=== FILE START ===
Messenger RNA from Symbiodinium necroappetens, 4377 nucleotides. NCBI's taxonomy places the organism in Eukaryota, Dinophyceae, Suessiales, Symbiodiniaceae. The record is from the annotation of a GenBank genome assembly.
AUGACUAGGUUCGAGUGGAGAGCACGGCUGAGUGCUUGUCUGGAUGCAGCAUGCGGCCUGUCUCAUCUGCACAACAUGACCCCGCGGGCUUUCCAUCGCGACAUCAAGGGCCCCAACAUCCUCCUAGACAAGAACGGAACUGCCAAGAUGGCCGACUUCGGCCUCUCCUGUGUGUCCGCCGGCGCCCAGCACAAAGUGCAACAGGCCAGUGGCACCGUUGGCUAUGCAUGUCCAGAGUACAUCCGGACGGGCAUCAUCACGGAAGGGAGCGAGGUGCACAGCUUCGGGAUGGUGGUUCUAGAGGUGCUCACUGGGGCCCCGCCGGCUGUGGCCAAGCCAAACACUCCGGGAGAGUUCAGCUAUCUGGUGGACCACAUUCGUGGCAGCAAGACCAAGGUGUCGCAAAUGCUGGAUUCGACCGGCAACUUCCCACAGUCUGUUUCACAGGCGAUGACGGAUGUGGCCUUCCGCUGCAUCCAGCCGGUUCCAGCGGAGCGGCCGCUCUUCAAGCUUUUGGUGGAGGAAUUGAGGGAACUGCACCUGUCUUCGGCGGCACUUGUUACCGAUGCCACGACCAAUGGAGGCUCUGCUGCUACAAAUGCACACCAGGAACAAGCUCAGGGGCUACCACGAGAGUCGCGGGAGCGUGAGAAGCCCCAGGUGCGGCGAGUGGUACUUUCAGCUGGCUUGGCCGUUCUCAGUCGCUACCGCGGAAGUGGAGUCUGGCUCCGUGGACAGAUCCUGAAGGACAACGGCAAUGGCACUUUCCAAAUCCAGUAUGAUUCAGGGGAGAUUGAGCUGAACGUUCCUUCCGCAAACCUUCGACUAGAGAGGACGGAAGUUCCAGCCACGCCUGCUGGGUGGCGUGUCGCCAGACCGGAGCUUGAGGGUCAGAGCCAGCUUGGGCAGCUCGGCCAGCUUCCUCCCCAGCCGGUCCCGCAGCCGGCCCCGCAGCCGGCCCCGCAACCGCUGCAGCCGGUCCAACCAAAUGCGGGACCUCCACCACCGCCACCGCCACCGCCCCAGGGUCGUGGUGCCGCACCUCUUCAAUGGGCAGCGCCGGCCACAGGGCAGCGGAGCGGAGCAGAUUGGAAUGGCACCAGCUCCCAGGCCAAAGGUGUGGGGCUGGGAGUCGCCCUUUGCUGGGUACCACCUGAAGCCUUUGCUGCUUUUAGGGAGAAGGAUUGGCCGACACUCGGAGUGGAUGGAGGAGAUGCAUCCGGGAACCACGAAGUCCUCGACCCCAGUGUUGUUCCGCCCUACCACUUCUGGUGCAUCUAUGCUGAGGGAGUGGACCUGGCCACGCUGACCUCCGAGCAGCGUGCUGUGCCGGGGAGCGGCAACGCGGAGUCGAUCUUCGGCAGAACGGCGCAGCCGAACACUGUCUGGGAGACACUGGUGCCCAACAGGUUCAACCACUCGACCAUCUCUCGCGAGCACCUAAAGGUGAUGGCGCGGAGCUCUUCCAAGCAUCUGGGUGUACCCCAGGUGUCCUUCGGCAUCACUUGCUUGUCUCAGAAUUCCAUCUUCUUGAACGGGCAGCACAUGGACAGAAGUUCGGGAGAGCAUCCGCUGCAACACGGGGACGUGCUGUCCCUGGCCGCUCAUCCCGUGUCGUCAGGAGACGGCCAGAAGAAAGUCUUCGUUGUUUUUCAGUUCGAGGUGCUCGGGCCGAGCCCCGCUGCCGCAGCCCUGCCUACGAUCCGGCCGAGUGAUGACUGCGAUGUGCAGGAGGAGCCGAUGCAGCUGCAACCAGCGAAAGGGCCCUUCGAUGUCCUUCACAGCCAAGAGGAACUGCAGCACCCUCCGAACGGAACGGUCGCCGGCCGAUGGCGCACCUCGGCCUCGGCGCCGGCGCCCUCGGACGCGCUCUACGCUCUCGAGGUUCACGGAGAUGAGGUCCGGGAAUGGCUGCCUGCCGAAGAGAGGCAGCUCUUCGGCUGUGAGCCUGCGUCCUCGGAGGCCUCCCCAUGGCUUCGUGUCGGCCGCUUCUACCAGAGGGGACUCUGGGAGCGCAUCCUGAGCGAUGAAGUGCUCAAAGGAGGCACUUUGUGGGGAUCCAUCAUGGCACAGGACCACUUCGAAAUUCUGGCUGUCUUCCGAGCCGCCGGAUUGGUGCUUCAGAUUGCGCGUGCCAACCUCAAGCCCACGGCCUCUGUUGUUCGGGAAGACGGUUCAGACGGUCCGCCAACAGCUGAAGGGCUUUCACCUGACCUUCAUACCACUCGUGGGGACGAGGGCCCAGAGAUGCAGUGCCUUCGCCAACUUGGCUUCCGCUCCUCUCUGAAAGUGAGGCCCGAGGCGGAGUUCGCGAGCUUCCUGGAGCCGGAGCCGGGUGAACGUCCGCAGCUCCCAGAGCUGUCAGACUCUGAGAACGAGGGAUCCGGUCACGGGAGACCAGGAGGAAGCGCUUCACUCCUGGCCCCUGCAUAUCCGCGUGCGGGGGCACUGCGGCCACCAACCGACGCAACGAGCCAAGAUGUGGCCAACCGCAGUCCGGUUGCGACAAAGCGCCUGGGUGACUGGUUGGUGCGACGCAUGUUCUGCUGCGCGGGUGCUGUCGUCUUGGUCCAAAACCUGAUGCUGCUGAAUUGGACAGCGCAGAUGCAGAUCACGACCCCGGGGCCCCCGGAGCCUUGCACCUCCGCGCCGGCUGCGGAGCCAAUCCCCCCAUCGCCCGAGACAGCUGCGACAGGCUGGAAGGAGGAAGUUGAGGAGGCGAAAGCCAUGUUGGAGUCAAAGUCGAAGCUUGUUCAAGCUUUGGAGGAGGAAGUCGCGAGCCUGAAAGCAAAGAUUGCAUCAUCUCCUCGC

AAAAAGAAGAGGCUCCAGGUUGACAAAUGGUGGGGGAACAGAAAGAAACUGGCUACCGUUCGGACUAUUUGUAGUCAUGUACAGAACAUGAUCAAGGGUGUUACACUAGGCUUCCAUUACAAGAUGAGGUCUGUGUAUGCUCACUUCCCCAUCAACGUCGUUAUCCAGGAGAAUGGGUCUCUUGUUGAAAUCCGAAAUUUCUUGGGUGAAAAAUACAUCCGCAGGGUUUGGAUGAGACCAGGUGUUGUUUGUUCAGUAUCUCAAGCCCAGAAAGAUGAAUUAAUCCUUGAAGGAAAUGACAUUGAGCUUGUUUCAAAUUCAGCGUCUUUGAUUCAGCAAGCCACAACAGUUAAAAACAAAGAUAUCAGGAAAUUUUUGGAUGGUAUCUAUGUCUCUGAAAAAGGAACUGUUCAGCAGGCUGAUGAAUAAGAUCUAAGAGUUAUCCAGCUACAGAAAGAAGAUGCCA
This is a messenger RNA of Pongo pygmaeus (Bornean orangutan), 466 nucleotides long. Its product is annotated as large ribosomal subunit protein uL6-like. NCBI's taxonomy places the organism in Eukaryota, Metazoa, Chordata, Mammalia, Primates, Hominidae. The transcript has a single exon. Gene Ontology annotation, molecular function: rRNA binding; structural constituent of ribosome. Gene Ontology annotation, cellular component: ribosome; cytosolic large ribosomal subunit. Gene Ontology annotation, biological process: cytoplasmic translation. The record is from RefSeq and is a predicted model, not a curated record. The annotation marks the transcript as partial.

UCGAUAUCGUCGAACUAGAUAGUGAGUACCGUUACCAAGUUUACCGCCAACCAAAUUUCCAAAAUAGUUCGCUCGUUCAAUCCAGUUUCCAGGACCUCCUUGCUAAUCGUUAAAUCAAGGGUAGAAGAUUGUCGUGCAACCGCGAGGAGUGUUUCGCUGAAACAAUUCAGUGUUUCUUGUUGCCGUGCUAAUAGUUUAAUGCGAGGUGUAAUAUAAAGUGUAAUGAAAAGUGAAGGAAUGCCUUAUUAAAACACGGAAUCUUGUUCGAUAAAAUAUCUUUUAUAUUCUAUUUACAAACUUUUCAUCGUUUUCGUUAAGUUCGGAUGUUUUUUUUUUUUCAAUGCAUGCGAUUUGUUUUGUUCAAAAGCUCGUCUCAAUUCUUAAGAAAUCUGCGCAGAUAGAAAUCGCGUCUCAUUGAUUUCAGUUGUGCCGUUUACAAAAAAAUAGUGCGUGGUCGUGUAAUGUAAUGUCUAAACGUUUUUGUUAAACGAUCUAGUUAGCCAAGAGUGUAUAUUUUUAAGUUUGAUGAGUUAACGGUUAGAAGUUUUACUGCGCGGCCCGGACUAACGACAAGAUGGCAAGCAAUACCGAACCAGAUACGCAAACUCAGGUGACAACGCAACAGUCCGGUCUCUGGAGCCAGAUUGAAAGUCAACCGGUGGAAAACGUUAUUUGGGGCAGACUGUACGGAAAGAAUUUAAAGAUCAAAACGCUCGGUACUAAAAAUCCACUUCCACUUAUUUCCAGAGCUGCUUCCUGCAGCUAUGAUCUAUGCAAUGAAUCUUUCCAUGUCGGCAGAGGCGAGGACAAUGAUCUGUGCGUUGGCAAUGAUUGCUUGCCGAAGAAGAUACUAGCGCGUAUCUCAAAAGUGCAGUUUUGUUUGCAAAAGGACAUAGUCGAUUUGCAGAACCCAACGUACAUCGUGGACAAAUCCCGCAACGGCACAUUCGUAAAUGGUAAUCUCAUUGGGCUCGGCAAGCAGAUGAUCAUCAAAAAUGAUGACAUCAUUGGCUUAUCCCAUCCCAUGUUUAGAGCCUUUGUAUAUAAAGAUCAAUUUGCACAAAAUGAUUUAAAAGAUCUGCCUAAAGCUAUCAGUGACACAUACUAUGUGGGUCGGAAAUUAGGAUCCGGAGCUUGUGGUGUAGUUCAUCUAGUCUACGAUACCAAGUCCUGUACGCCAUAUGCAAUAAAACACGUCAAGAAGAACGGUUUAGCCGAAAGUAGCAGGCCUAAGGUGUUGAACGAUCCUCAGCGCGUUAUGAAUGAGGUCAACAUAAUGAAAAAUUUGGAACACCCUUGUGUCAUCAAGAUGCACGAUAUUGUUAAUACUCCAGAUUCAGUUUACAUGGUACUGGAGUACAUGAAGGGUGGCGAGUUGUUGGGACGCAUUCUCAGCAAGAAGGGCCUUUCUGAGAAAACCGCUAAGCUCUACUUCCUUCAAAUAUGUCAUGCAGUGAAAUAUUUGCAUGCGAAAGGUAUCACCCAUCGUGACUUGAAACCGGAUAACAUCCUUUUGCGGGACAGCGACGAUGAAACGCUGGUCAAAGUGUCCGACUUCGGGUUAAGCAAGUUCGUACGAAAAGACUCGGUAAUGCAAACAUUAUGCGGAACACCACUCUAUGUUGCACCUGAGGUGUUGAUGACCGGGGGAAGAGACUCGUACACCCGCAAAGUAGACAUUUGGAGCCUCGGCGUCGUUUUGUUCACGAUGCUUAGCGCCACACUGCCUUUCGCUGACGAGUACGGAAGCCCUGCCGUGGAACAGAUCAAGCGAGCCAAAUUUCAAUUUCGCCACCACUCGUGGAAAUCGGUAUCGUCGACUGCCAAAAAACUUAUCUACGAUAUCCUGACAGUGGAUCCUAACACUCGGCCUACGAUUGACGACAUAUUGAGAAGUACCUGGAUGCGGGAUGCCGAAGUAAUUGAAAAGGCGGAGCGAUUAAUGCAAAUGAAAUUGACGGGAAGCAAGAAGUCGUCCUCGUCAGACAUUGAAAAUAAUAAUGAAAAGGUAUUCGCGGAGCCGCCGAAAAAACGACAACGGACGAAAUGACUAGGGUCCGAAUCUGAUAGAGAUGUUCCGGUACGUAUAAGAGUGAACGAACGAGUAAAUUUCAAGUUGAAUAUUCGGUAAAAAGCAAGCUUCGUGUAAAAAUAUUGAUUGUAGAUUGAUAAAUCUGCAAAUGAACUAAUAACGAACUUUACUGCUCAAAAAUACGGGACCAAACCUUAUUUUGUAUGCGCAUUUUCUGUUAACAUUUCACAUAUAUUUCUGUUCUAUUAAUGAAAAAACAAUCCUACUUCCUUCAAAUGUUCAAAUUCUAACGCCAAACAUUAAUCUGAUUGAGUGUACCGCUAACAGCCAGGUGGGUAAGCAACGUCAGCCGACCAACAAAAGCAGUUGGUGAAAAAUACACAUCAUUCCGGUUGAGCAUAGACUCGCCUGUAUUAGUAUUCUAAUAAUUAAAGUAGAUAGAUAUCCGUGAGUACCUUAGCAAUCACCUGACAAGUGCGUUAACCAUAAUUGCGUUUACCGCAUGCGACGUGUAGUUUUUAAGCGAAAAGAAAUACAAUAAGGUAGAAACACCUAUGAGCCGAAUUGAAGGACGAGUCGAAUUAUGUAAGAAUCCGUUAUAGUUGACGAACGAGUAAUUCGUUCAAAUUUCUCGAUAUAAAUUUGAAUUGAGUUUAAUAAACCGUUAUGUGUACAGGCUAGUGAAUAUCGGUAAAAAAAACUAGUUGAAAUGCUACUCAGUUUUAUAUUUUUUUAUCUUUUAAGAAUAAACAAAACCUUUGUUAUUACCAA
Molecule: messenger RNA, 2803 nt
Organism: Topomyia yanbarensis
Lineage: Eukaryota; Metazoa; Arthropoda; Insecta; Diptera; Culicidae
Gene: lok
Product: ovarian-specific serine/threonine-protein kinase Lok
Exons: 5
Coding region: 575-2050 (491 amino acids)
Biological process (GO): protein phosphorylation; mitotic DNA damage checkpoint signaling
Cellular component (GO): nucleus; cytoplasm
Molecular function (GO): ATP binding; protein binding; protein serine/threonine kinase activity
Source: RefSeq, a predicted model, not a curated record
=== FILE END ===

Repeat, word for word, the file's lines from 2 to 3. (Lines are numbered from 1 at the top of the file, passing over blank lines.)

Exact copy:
AUGACUAGGUUCGAGUGGAGAGCACGGCUGAGUGCUUGUCUGGAUGCAGCAUGCGGCCUGUCUCAUCUGCACAACAUGACCCCGCGGGCUUUCCAUCGCGACAUCAAGGGCCCCAACAUCCUCCUAGACAAGAACGGAACUGCCAAGAUGGCCGACUUCGGCCUCUCCUGUGUGUCCGCCGGCGCCCAGCACAAAGUGCAACAGGCCAGUGGCACCGUUGGCUAUGCAUGUCCAGAGUACAUCCGGACGGGCAUCAUCACGGAAGGGAGCGAGGUGCACAGCUUCGGGAUGGUGGUUCUAGAGGUGCUCACUGGGGCCCCGCCGGCUGUGGCCAAGCCAAACACUCCGGGAGAGUUCAGCUAUCUGGUGGACCACAUUCGUGGCAGCAAGACCAAGGUGUCGCAAAUGCUGGAUUCGACCGGCAACUUCCCACAGUCUGUUUCACAGGCGAUGACGGAUGUGGCCUUCCGCUGCAUCCAGCCGGUUCCAGCGGAGCGGCCGCUCUUCAAGCUUUUGGUGGAGGAAUUGAGGGAACUGCACCUGUCUUCGGCGGCACUUGUUACCGAUGCCACGACCAAUGGAGGCUCUGCUGCUACAAAUGCACACCAGGAACAAGCUCAGGGGCUACCACGAGAGUCGCGGGAGCGUGAGAAGCCCCAGGUGCGGCGAGUGGUACUUUCAGCUGGCUUGGCCGUUCUCAGUCGCUACCGCGGAAGUGGAGUCUGGCUCCGUGGACAGAUCCUGAAGGACAACGGCAAUGGCACUUUCCAAAUCCAGUAUGAUUCAGGGGAGAUUGAGCUGAACGUUCCUUCCGCAAACCUUCGACUAGAGAGGACGGAAGUUCCAGCCACGCCUGCUGGGUGGCGUGUCGCCAGACCGGAGCUUGAGGGUCAGAGCCAGCUUGGGCAGCUCGGCCAGCUUCCUCCCCAGCCGGUCCCGCAGCCGGCCCCGCAGCCGGCCCCGCAACCGCUGCAGCCGGUCCAACCAAAUGCGGGACCUCCACCACCGCCACCGCCACCGCCCCAGGGUCGUGGUGCCGCACCUCUUCAAUGGGCAGCGCCGGCCACAGGGCAGCGGAGCGGAGCAGAUUGGAAUGGCACCAGCUCCCAGGCCAAAGGUGUGGGGCUGGGAGUCGCCCUUUGCUGGGUACCACCUGAAGCCUUUGCUGCUUUUAGGGAGAAGGAUUGGCCGACACUCGGAGUGGAUGGAGGAGAUGCAUCCGGGAACCACGAAGUCCUCGACCCCAGUGUUGUUCCGCCCUACCACUUCUGGUGCAUCUAUGCUGAGGGAGUGGACCUGGCCACGCUGACCUCCGAGCAGCGUGCUGUGCCGGGGAGCGGCAACGCGGAGUCGAUCUUCGGCAGAACGGCGCAGCCGAACACUGUCUGGGAGACACUGGUGCCCAACAGGUUCAACCACUCGACCAUCUCUCGCGAGCACCUAAAGGUGAUGGCGCGGAGCUCUUCCAAGCAUCUGGGUGUACCCCAGGUGUCCUUCGGCAUCACUUGCUUGUCUCAGAAUUCCAUCUUCUUGAACGGGCAGCACAUGGACAGAAGUUCGGGAGAGCAUCCGCUGCAACACGGGGACGUGCUGUCCCUGGCCGCUCAUCCCGUGUCGUCAGGAGACGGCCAGAAGAAAGUCUUCGUUGUUUUUCAGUUCGAGGUGCUCGGGCCGAGCCCCGCUGCCGCAGCCCUGCCUACGAUCCGGCCGAGUGAUGACUGCGAUGUGCAGGAGGAGCCGAUGCAGCUGCAACCAGCGAAAGGGCCCUUCGAUGUCCUUCACAGCCAAGAGGAACUGCAGCACCCUCCGAACGGAACGGUCGCCGGCCGAUGGCGCACCUCGGCCUCGGCGCCGGCGCCCUCGGACGCGCUCUACGCUCUCGAGGUUCACGGAGAUGAGGUCCGGGAAUGGCUGCCUGCCGAAGAGAGGCAGCUCUUCGGCUGUGAGCCUGCGUCCUCGGAGGCCUCCCCAUGGCUUCGUGUCGGCCGCUUCUACCAGAGGGGACUCUGGGAGCGCAUCCUGAGCGAUGAAGUGCUCAAAGGAGGCACUUUGUGGGGAUCCAUCAUGGCACAGGACCACUUCGAAAUUCUGGCUGUCUUCCGAGCCGCCGGAUUGGUGCUUCAGAUUGCGCGUGCCAACCUCAAGCCCACGGCCUCUGUUGUUCGGGAAGACGGUUCAGACGGUCCGCCAACAGCUGAAGGGCUUUCACCUGACCUUCAUACCACUCGUGGGGACGAGGGCCCAGAGAUGCAGUGCCUUCGCCAACUUGGCUUCCGCUCCUCUCUGAAAGUGAGGCCCGAGGCGGAGUUCGCGAGCUUCCUGGAGCCGGAGCCGGGUGAACGUCCGCAGCUCCCAGAGCUGUCAGACUCUGAGAACGAGGGAUCCGGUCACGGGAGACCAGGAGGAAGCGCUUCACUCCUGGCCCCUGCAUAUCCGCGUGCGGGGGCACUGCGGCCACCAACCGACGCAACGAGCCAAGAUGUGGCCAACCGCAGUCCGGUUGCGACAAAGCGCCUGGGUGACUGGUUGGUGCGACGCAUGUUCUGCUGCGCGGGUGCUGUCGUCUUGGUCCAAAACCUGAUGCUGCUGAAUUGGACAGCGCAGAUGCAGAUCACGACCCCGGGGCCCCCGGAGCCUUGCACCUCCGCGCCGGCUGCGGAGCCAAUCCCCCCAUCGCCCGAGACAGCUGCGACAGGCUGGAAGGAGGAAGUUGAGGAGGCGAAAGCCAUGUUGGAGUCAAAGUCGAAGCUUGUUCAAGCUUUGGAGGAGGAAGUCGCGAGCCUGAAAGCAAAGAUUGCAUCAUCUCCUCGC

AAAAAGAAGAGGCUCCAGGUUGACAAAUGGUGGGGGAACAGAAAGAAACUGGCUACCGUUCGGACUAUUUGUAGUCAUGUACAGAACAUGAUCAAGGGUGUUACACUAGGCUUCCAUUACAAGAUGAGGUCUGUGUAUGCUCACUUCCCCAUCAACGUCGUUAUCCAGGAGAAUGGGUCUCUUGUUGAAAUCCGAAAUUUCUUGGGUGAAAAAUACAUCCGCAGGGUUUGGAUGAGACCAGGUGUUGUUUGUUCAGUAUCUCAAGCCCAGAAAGAUGAAUUAAUCCUUGAAGGAAAUGACAUUGAGCUUGUUUCAAAUUCAGCGUCUUUGAUUCAGCAAGCCACAACAGUUAAAAACAAAGAUAUCAGGAAAUUUUUGGAUGGUAUCUAUGUCUCUGAAAAAGGAACUGUUCAGCAGGCUGAUGAAUAAGAUCUAAGAGUUAUCCAGCUACAGAAAGAAGAUGCCA